The slopes of the Monte Sibillini are where the grape grows best. Its longevity and popularity might also be attributed to Sibilla who was given the gifts of immortality and the ability to be in a number of places at the same time by the god Apollo.
Delicious Italy met Peppe Cotto for the first time when we took the film crew producing the Channel 4 Feast with Heston Blumenthal series to Loro Piceno, Le Marche, in 2008.
Peppe is the rising star of the Italian gastronomic media circuit and has recently featured in such local shows as 'Sereno Variable' on RAI and 'Il Gastronauta' on Radio 24.
Peppe runs the Macelleria Giuseppe Dell'Orso in Loro Piceno, sadly one of the last in this classic Le Marche hill top town, which was once a beacon for the local tradition of cattle rearing. The sepia photos in his butcher's shop remember a different time.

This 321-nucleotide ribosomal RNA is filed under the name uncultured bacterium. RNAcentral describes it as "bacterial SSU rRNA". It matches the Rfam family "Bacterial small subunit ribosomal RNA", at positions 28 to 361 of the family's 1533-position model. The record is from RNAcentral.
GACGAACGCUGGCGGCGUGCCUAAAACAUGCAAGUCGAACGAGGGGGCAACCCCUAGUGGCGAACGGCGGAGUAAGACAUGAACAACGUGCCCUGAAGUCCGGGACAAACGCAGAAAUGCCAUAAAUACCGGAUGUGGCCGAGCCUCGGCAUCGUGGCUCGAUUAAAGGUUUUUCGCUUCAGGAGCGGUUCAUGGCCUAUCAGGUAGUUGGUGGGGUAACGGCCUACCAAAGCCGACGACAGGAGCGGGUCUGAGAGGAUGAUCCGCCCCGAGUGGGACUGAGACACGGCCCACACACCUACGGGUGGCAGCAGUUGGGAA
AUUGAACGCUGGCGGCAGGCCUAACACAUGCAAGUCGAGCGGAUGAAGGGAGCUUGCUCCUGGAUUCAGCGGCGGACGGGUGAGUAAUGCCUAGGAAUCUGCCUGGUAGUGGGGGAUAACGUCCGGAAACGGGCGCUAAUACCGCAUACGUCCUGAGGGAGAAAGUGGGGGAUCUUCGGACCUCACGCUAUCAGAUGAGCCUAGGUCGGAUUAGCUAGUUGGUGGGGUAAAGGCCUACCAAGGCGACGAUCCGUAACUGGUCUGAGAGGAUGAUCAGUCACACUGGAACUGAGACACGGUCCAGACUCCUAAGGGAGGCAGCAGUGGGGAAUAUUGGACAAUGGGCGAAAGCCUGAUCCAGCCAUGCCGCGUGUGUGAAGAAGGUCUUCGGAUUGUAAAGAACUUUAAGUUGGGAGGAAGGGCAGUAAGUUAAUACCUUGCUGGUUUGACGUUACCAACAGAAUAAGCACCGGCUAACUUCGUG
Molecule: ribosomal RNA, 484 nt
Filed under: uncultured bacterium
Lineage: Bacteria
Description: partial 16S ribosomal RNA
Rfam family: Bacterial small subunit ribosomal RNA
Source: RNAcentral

Le Vie del Romanico nelle Marche' is a presentation of more than 130 late medieval churches, cathedrals, abbeys, priories and monasteries dotted across the Marche region.
Produced by the by Regione Marche as part of the 'Marche Museo Diffuso' project, the booklet and accompanying map are the defintive guide for discovering a 200 year period from the 11th to 13th centuries through its architectural heritage.
This was a time when Le Marche was an important land of passage for pilgrims, traders and cultural exchange through the Apennines between Rome and the Adriatic coast. Also included are hermitages, chapels, baptisteries and even doorways, each grouped according to classic Romaneques, town Romanesque and the lesser Romanequse stlyes.